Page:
“The burden of proof is on the administration. It also comes down ultimately to the quality of the nominee,” Reed said. “Gen. Austin is an outstanding officer, and I think he should have an opportunity to talk about his vision for the Department of Defense, and that I think is the decisive factor. But still I think the preference would be for someone who’s not recently retired.”
Austin’s nomination is already putting many Democrats who opposed a waiver for Mattis in the politically tough spot of having to reverse course or vote to sink one of Biden’s top Cabinet picks. Democrats who have long favored preserving civilian control of the military indicated they would be willing to give Biden the benefit of the doubt.
“I want to hear from the Biden administration, the Biden team, about why they feel this pick, with the necessary waiver, is so critical,” said Sen. Chris Murphy (D-Conn.), who opposed Mattis’ waiver. “I inherently trust the Biden administration on issues of national security in ways that I do not inherently trust the Trump administration. So I’m certainly — given that I’m a believer in his policy, I’m much more willing to give him deference.”
It’s unclear if Biden’s transition team consulted with Senate Democrats prior to selecting Austin. Senate Minority Leader Chuck Schumer (D-N.Y.) said on Tuesday: “I’m just looking at all of this now.”
Notably, top Republicans, who are favored to retain control of the Senate after the Georgia runoffs in January, suggested they had no issue with granting a waiver to Austin.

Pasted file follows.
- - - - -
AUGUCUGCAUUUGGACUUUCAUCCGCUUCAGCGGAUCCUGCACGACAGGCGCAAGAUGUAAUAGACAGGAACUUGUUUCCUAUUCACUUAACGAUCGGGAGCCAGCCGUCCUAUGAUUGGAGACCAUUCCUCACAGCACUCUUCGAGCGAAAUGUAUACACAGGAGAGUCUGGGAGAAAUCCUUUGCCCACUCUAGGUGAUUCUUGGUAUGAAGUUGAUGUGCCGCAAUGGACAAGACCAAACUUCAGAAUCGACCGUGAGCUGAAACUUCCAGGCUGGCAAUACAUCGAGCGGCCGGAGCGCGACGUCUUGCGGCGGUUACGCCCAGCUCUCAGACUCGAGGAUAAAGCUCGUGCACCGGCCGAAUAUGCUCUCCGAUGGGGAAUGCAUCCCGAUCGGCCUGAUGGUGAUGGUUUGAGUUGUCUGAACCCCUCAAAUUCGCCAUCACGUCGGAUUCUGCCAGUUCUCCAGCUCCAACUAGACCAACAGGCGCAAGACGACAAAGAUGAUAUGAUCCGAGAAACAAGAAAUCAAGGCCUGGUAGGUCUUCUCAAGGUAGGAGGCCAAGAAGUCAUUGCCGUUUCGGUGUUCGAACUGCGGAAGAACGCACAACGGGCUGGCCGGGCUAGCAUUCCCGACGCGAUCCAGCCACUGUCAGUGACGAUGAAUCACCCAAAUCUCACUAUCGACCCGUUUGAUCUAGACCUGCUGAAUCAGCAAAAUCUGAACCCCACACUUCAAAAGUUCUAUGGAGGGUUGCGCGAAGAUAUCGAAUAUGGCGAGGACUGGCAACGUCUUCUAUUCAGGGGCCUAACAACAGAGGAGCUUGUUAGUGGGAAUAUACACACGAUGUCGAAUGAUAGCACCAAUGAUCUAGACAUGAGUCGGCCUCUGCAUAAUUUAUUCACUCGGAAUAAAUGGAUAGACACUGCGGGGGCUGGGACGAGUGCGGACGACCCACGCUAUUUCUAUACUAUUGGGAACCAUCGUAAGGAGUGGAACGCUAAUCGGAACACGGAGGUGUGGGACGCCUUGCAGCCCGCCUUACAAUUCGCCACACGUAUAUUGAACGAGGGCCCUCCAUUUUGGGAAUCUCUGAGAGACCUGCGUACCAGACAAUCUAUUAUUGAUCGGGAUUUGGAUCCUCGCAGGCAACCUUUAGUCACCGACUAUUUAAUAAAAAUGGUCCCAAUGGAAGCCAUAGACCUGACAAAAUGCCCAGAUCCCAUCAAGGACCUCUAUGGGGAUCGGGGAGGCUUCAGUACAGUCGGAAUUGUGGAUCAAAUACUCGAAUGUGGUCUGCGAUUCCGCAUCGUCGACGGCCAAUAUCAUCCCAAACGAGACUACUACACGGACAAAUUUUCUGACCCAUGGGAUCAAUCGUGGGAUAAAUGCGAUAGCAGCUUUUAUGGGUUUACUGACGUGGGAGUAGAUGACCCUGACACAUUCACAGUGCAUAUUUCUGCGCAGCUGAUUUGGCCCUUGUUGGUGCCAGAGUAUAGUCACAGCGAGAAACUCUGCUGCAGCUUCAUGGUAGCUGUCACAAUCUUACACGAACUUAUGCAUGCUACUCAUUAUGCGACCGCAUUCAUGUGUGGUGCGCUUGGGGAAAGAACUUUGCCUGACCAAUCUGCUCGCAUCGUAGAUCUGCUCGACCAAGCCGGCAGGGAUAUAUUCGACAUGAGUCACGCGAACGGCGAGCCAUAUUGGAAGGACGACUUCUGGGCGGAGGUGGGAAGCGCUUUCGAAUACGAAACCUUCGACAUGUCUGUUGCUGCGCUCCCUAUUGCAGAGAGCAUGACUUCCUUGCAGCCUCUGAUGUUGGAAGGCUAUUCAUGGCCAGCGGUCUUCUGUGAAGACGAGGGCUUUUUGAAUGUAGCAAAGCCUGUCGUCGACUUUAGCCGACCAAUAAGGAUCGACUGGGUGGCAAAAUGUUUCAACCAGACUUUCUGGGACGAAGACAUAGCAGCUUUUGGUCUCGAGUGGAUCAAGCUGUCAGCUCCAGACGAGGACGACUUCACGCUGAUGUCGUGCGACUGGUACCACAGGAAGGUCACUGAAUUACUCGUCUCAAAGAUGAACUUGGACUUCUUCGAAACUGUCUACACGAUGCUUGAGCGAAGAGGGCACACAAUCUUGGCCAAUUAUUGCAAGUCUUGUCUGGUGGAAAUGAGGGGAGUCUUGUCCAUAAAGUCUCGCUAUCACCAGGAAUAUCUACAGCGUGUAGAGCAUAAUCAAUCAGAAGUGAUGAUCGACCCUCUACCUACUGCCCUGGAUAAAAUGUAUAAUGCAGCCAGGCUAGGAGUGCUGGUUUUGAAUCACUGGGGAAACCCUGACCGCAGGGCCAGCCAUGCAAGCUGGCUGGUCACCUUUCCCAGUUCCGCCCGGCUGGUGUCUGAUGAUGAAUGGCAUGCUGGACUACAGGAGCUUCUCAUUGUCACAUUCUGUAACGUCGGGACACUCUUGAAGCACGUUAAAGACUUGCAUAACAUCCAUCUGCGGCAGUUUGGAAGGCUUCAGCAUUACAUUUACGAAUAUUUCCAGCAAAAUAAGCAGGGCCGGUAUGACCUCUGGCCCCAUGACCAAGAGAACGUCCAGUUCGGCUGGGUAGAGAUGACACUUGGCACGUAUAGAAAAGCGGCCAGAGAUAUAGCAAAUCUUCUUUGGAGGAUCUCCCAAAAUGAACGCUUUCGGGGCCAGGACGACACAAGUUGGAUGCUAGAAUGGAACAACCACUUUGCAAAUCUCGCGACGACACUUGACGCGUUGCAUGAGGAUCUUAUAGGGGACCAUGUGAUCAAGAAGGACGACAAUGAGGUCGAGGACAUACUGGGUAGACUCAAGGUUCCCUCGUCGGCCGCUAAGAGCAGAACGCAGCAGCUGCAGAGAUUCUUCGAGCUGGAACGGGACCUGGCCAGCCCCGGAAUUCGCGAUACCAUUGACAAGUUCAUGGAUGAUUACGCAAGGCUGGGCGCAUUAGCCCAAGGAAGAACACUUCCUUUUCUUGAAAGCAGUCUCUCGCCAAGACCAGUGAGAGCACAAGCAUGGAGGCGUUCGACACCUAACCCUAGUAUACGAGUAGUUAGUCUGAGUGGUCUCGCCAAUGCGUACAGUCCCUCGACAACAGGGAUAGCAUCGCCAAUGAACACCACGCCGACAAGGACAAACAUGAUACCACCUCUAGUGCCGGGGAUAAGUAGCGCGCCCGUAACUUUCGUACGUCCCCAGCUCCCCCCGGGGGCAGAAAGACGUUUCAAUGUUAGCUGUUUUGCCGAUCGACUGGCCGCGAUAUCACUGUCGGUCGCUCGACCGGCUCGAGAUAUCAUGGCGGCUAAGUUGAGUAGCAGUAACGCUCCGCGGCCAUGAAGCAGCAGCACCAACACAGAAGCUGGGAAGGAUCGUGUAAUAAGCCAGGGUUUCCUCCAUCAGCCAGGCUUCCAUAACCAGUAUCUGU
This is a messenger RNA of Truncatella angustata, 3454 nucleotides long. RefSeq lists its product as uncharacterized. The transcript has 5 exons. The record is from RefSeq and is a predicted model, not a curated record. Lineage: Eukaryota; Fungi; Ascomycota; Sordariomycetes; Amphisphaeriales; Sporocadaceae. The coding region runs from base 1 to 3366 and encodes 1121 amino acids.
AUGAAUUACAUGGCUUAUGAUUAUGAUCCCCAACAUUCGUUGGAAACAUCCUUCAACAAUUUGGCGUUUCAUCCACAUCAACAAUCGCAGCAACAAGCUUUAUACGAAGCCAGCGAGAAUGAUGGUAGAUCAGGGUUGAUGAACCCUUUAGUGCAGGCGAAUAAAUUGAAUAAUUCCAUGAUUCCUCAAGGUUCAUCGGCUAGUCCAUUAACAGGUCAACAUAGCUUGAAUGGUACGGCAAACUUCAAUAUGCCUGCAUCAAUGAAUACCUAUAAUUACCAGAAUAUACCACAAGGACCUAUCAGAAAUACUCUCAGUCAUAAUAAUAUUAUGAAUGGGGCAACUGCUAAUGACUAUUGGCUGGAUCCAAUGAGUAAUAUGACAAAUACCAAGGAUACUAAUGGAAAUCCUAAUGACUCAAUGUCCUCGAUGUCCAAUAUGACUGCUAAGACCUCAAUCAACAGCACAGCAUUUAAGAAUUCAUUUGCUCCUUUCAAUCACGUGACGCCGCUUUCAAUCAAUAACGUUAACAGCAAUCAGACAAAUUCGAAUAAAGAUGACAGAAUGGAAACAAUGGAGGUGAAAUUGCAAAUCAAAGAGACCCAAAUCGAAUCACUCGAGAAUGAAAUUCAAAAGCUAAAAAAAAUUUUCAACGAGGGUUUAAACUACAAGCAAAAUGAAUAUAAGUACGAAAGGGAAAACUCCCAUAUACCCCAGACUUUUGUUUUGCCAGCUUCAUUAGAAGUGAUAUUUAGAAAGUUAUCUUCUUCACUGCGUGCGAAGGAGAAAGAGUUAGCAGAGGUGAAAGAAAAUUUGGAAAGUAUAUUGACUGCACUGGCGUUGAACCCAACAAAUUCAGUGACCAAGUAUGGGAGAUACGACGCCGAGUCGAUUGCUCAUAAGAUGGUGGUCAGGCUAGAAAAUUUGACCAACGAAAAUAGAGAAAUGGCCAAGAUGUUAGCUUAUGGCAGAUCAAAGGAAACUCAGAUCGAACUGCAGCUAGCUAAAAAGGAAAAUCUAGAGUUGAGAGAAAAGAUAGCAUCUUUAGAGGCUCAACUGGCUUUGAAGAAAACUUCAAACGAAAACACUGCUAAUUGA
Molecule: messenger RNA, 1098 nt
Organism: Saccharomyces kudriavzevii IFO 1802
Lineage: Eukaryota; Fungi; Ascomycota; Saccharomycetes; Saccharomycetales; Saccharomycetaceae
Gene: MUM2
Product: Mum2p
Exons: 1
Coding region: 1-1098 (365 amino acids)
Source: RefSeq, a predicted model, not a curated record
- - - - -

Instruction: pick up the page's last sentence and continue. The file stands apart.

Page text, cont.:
“I would do it in a heartbeat,” Armed Services Committee Chair Jim Inhofe (R-Okla.) said. “It’s not so much because of Austin. I don’t know him that well. I just never have believed that we should have to have that seven-year period in there. I just don’t believe that. I would support any of the waivers.”
Though the Senate easily approved a waiver for Mattis in 2017, deliberations in the House dissolved into a partisan battle after Trump’s transition team nixed the retired Marine general’s planned testimony before the House Armed Services Committee. Most House Democrats dropped their support for a waiver after Mattis failed to testify, and the measure passed largely along party lines.
Rep. Elissa Slotkin (D-Mich.), a former senior Pentagon official who worked with Austin, said she isn’t sold. Granting a waiver “just feels off” despite her “deep respect” for the retired four-star general, the House Armed Services member said in a statement.
“[A]fter the last four years, civil-military relations at the Pentagon definitely need to be rebalanced,” Slotkin said. “General Austin has had an incredible career — but I’ll need to understand what he and the Biden Administration plan to do to address these concerns before I can vote for his waiver.”
But Austin got an early boost in his looming confirmation battle from House lawmakers in both parties.
Rep. Anthony Brown (D-Md.), the vice chair of the Armed Services Committee, quickly backed Austin. Brown publicly supported Flournoy to be Defense secretary and voted against the waiver for Mattis.
“Lloyd Austin is top flight and he’s the right choice to lead our civilian & military personnel at the Pentagon,” Brown wrote on Twitter Monday.
GOP Rep. Don Bacon of Nebraska, a retired Air Force brigadier general, also said he’ll support a waiver for Austin.
“It does not bother me to have a retired general be the secretary of defense,” Bacon said in an interview on C-SPAN. “He is retired, so he’s now a civilian.”
“He’ll have to answer some questions during his tenure at Central Command when ISIS took control of a third of Syria and a third of Iraq,” he predicted. “He’ll probably have to answer some questions there. But from my perspective, I think he’s going to be a good choice.”